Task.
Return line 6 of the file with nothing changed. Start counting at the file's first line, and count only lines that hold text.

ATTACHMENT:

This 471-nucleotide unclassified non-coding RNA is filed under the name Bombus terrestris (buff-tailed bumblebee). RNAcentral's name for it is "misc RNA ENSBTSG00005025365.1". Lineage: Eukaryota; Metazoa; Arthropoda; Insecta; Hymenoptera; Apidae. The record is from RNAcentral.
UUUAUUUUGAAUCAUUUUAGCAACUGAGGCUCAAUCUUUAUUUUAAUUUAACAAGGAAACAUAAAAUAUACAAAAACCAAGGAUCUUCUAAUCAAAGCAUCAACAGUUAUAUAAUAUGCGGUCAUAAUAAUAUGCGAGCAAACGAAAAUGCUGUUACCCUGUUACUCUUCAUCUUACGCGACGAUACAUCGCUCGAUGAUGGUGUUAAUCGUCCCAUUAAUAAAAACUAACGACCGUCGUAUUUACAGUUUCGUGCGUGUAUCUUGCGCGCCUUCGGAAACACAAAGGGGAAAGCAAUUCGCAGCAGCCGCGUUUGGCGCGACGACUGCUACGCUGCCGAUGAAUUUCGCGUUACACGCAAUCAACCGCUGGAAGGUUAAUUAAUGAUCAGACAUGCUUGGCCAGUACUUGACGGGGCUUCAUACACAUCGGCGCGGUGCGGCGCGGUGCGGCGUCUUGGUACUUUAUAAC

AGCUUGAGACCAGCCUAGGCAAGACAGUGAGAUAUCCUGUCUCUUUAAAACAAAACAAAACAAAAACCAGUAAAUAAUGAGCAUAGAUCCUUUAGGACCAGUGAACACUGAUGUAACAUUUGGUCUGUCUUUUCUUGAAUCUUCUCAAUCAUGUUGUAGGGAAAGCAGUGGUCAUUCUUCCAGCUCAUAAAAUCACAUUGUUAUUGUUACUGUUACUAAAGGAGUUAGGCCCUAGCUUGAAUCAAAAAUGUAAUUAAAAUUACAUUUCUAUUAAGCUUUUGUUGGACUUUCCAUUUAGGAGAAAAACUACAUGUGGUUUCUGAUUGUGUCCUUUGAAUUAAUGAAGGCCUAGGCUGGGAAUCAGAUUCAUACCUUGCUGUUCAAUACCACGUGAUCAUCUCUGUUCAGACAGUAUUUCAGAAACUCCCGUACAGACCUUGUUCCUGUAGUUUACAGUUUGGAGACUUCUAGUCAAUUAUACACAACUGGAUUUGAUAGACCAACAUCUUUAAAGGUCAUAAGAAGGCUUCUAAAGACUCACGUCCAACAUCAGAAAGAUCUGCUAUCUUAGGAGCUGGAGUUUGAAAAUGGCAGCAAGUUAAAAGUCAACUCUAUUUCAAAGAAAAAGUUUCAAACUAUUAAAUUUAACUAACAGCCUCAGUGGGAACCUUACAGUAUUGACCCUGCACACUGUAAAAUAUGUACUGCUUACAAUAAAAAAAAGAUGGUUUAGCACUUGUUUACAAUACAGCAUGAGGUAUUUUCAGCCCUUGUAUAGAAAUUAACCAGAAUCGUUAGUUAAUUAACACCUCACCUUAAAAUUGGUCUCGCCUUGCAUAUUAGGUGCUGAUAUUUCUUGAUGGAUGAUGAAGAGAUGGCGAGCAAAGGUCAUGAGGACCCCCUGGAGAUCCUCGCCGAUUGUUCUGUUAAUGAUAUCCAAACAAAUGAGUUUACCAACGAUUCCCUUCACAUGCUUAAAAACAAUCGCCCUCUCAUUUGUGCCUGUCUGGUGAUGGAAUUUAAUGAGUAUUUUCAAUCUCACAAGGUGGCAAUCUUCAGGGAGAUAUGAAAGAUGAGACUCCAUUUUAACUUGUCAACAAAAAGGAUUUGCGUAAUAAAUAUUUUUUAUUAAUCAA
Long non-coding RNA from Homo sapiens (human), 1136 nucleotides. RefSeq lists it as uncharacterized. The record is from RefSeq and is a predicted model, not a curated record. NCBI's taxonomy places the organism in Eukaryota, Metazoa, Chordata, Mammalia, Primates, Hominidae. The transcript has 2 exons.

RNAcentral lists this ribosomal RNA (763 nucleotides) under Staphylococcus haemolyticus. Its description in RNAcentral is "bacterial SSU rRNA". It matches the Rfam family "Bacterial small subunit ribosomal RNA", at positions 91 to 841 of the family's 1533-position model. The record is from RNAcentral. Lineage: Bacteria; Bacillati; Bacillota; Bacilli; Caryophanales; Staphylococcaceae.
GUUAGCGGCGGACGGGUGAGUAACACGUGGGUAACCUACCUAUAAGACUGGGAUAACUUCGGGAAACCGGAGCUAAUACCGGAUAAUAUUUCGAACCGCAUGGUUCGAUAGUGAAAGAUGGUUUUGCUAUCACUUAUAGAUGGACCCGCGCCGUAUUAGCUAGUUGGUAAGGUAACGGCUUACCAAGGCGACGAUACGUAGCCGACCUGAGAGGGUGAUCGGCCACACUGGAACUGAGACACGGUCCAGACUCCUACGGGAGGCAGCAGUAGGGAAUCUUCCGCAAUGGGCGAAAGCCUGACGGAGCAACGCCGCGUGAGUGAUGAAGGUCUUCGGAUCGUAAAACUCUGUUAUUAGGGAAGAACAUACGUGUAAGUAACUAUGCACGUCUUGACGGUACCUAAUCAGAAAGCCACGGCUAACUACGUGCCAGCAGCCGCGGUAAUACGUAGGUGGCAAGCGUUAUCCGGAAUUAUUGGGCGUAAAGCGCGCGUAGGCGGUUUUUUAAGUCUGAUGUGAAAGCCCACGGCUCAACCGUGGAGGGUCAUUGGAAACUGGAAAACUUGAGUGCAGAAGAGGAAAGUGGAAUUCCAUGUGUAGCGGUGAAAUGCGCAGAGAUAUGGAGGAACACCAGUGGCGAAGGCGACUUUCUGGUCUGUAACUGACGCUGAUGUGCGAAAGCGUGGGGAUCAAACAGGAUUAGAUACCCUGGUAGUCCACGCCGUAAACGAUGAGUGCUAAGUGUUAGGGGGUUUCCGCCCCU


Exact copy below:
GUUAGCGGCGGACGGGUGAGUAACACGUGGGUAACCUACCUAUAAGACUGGGAUAACUUCGGGAAACCGGAGCUAAUACCGGAUAAUAUUUCGAACCGCAUGGUUCGAUAGUGAAAGAUGGUUUUGCUAUCACUUAUAGAUGGACCCGCGCCGUAUUAGCUAGUUGGUAAGGUAACGGCUUACCAAGGCGACGAUACGUAGCCGACCUGAGAGGGUGAUCGGCCACACUGGAACUGAGACACGGUCCAGACUCCUACGGGAGGCAGCAGUAGGGAAUCUUCCGCAAUGGGCGAAAGCCUGACGGAGCAACGCCGCGUGAGUGAUGAAGGUCUUCGGAUCGUAAAACUCUGUUAUUAGGGAAGAACAUACGUGUAAGUAACUAUGCACGUCUUGACGGUACCUAAUCAGAAAGCCACGGCUAACUACGUGCCAGCAGCCGCGGUAAUACGUAGGUGGCAAGCGUUAUCCGGAAUUAUUGGGCGUAAAGCGCGCGUAGGCGGUUUUUUAAGUCUGAUGUGAAAGCCCACGGCUCAACCGUGGAGGGUCAUUGGAAACUGGAAAACUUGAGUGCAGAAGAGGAAAGUGGAAUUCCAUGUGUAGCGGUGAAAUGCGCAGAGAUAUGGAGGAACACCAGUGGCGAAGGCGACUUUCUGGUCUGUAACUGACGCUGAUGUGCGAAAGCGUGGGGAUCAAACAGGAUUAGAUACCCUGGUAGUCCACGCCGUAAACGAUGAGUGCUAAGUGUUAGGGGGUUUCCGCCCCU